Tag Archives: Classic Car

Scorpion King

Notable only for being Dwayne ‘The Rock’ Johnson’s first lead role, the 2002 fantasy adventure ‘The Scorpion King’ is an appalling turd of a movie. A spin off from ‘The Mummy’ franchise, it took the shonkily CGI-ed character from the second Mummy instalment (itself only worth watching for Rachel Weisz) and dragged it out over ninety stupefying minutes.

However some scorpion spin-offs are worth a look, and the car in this post is one of them.

The Autobianchi A112 was created through collaboration by Fiat, tyre-maker Pirelli, and bicycle manufacturer Bianchi, launching in 1969 and being – as most Italian cars of the time were – rather excellent.

Over a million Autobianchi A112s were produced before the brand was eventually merged into Lancia, with the design also forming the basis of the rather good Fiat 127, the less good Seat 127, the pretty bad Polski-Fiat 127, and the miserable Yugo 45.

Of course being effectively a Fiat, Italian tuners Abarth got their hands on the A112 too, and uprated the tiny 900cc engine to 1,050cc, taking power from around 45bhp to a mighty 70 in the process.

Today’s post is an A112 in Abarth flavour, as built by previous bloggee Zeta Racing in full ‘Technic Supercar’ specification. Capturing the look of the real car brilliantly, Zeta has engineered his Lego replica with a working engine, gearbox, steering, and suspension, along with opening doors, hood, and hatchback. Zeta’s model also includes fully remotely controlled Power Functions drivetrain, with motors powering both the front-wheel-drive and steering, the gearbox, and equipping the car with working brakes.

It’s a fantastic build, presented beautifully, and enhanced with few choice decals (including the famous Abarth scorpion), and there’s much more of Zeta’s Autobianchi A112 Abarth to see at his photostream. Click the link above to check out one Scorpion King worth viewing.

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Lancia Delta HF Integrale – Picture Special

The most remarkable Italian car manufacturer is not Ferrari. Lancia’s story is one of incredible technical innovation, fantastic racing cars, an appalling corrosion scandal, and now – effectively – their death at the hands of a parent company that really should try harder.

However even during Lancia’s painful decline they still produced the best cars in the world. This is one of them, the amazing Delta HF Integrale.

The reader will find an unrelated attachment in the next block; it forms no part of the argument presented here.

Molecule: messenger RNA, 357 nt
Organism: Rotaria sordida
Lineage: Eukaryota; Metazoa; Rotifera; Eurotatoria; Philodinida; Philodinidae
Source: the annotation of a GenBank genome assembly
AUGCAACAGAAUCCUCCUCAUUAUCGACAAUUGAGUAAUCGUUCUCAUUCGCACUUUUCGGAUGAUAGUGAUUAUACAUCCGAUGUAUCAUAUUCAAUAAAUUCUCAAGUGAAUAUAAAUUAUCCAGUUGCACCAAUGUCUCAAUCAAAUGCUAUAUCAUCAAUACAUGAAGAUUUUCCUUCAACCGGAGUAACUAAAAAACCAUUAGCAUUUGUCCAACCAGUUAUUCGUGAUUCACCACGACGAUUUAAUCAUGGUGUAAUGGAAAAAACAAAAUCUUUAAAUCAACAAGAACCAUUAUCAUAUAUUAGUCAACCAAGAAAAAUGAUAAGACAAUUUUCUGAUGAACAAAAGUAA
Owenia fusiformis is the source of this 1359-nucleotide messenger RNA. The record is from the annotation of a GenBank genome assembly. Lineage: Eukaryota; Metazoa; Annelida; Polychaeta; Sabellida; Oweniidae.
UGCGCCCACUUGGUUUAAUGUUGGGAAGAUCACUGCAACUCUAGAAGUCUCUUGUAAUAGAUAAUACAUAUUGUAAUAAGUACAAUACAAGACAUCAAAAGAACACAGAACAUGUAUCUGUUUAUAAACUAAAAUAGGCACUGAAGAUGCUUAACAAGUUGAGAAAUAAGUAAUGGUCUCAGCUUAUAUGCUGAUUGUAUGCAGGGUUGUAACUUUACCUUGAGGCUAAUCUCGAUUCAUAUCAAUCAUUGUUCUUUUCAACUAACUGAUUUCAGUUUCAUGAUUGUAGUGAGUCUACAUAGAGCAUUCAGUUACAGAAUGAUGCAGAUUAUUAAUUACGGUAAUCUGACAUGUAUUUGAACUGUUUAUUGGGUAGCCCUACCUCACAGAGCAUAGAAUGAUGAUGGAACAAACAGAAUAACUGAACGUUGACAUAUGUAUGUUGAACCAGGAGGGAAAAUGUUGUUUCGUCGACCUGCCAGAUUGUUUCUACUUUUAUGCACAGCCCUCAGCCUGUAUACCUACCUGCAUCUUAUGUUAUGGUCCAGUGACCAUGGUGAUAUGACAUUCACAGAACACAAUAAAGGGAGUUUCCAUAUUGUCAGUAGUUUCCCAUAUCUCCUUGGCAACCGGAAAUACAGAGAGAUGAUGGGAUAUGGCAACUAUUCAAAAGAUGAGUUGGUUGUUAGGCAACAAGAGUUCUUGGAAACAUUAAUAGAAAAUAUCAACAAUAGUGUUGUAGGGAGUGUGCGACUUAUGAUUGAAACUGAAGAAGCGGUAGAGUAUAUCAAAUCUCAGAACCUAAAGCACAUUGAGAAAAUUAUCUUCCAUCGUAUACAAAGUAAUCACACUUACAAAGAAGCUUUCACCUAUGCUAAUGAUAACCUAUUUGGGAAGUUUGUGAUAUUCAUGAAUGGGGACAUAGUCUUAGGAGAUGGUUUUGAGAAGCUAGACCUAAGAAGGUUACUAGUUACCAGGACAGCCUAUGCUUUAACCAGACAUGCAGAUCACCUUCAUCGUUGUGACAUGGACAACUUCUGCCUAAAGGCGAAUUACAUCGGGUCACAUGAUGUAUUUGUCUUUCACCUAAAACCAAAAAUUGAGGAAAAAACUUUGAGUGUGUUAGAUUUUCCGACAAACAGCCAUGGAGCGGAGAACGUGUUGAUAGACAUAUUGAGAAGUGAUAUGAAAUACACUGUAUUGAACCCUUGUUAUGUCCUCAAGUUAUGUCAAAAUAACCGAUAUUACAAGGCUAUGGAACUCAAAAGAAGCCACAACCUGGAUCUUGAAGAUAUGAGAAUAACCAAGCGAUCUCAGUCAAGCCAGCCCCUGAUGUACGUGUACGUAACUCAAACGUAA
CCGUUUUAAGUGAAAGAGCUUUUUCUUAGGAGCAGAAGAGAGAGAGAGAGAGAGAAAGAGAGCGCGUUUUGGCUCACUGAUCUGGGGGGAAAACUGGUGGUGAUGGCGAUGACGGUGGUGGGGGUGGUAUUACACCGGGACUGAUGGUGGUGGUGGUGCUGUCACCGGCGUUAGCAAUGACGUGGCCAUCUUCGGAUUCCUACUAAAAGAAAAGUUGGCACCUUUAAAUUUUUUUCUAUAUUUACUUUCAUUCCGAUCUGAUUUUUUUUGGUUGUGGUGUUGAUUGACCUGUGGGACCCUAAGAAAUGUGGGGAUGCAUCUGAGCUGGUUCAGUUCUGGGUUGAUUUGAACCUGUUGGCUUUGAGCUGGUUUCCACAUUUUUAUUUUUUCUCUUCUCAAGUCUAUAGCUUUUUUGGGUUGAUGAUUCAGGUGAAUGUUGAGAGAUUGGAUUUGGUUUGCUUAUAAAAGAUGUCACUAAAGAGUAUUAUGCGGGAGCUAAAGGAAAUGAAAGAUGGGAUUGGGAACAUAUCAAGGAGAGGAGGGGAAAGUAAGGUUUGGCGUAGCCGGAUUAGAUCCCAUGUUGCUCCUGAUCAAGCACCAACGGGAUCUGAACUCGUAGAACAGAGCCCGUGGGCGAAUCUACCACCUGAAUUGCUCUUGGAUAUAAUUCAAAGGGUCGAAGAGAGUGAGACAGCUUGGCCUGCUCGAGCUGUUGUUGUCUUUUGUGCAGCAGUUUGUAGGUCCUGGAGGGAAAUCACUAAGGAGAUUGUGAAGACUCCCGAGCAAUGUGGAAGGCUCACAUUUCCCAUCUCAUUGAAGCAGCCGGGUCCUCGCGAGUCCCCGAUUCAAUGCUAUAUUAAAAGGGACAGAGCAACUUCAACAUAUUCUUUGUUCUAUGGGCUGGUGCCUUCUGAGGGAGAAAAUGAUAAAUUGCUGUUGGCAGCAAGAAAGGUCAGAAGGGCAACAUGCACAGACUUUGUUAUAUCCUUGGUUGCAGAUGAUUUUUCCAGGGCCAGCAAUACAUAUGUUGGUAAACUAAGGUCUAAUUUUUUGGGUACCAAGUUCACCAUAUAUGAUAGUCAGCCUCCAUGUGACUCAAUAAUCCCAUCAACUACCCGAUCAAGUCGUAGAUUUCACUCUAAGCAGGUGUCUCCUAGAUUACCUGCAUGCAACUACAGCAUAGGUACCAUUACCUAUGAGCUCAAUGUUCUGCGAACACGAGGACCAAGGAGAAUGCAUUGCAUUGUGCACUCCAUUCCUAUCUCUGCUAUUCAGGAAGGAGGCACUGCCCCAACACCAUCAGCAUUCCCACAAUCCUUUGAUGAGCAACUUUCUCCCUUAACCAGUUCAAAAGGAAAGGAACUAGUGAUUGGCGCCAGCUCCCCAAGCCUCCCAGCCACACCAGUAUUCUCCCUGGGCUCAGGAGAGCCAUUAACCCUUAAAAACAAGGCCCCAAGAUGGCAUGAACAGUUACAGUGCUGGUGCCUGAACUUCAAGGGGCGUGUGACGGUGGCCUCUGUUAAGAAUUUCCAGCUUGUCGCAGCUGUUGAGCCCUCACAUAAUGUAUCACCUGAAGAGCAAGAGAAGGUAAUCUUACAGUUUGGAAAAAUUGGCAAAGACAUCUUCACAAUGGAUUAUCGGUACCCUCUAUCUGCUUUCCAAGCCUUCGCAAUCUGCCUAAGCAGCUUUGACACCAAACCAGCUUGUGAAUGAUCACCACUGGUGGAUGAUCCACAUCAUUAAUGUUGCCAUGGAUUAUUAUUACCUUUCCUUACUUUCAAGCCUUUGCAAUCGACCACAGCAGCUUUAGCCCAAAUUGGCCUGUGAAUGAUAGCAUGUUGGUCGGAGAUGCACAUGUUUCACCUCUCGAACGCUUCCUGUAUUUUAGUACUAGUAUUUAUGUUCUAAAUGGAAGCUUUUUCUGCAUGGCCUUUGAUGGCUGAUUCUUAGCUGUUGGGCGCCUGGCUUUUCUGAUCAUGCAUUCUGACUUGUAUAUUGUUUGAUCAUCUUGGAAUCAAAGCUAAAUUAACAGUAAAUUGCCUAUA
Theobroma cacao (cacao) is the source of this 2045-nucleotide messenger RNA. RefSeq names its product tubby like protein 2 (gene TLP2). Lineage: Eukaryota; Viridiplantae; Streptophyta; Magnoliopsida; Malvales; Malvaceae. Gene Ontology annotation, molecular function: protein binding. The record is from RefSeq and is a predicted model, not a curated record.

Based on Lancia’s 1980 ‘European Car of the Year’-winning family hatchback, the HF Integrale added turbocharging and all-wheel-drive, and in doing so became the most successful rally car in history. By the time it was retired the HF Integrale had won six consecutive Constructors World Championships (a record that is still unbeaten), fuelling the sales of over forty thousand road-going versions.

These two incredible recreations of the HF Integrale are the work of newcomer Zeta Racing, and they are – without doubt – some of the best Technic Supercars that we have ever published.

Each is spectacularly detailed both inside and out, merging both Technic and System parts to create an almost unbelievable level of realism. Stunning period-correct decals add to the authenticity, yet the exteriors – astonishing though they are – aren’t the most impressive aspect of Zeta Racing’s builds. For that you need to look underneath…

Hidden within each build is some of the most brilliant Technic engineering we’ve seen, with both Deltas qualifying for ‘Technic Supercar’ status, with working steering, gearboxes, highly detailed transversely-mounted inline 4-cylinder engines, and working suspension. But the functionally does not stop there.

Each model is also fully remote controlled thanks to LEGO Power Functions motors, operating the drive, steering, gears, and – if we’ve interpreted the images correctly – equipping Zeta’s creations with working brakes too.

It seems that in Zeta Racing we may have found our favourite new builder of 2020, and if you agree you can take a look at both his white and black Lancia Delta HF Integrales via the links, where you can also add yourself to his current ‘follower’ count of one (which is only us at present).

Zeta Racing has also uploaded several other astonishing Technic Supercars alongside these two incredible HF Integales, mostly of the Italian hatchback variety, which we’ll be publishing here over the coming days. Check back here for more soon, including some you may never have heard of…

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Wet Nellie

The second most famous Bond Car of all time is actually the best. Discuss. This is ‘Wet Nellie’, the Lotus Esprit S1 from 1977’s ‘The Spy Who Loved Me’, that ‘transformed’ – by the push of a button – into a submarine. And nothing in the world is cooler than that.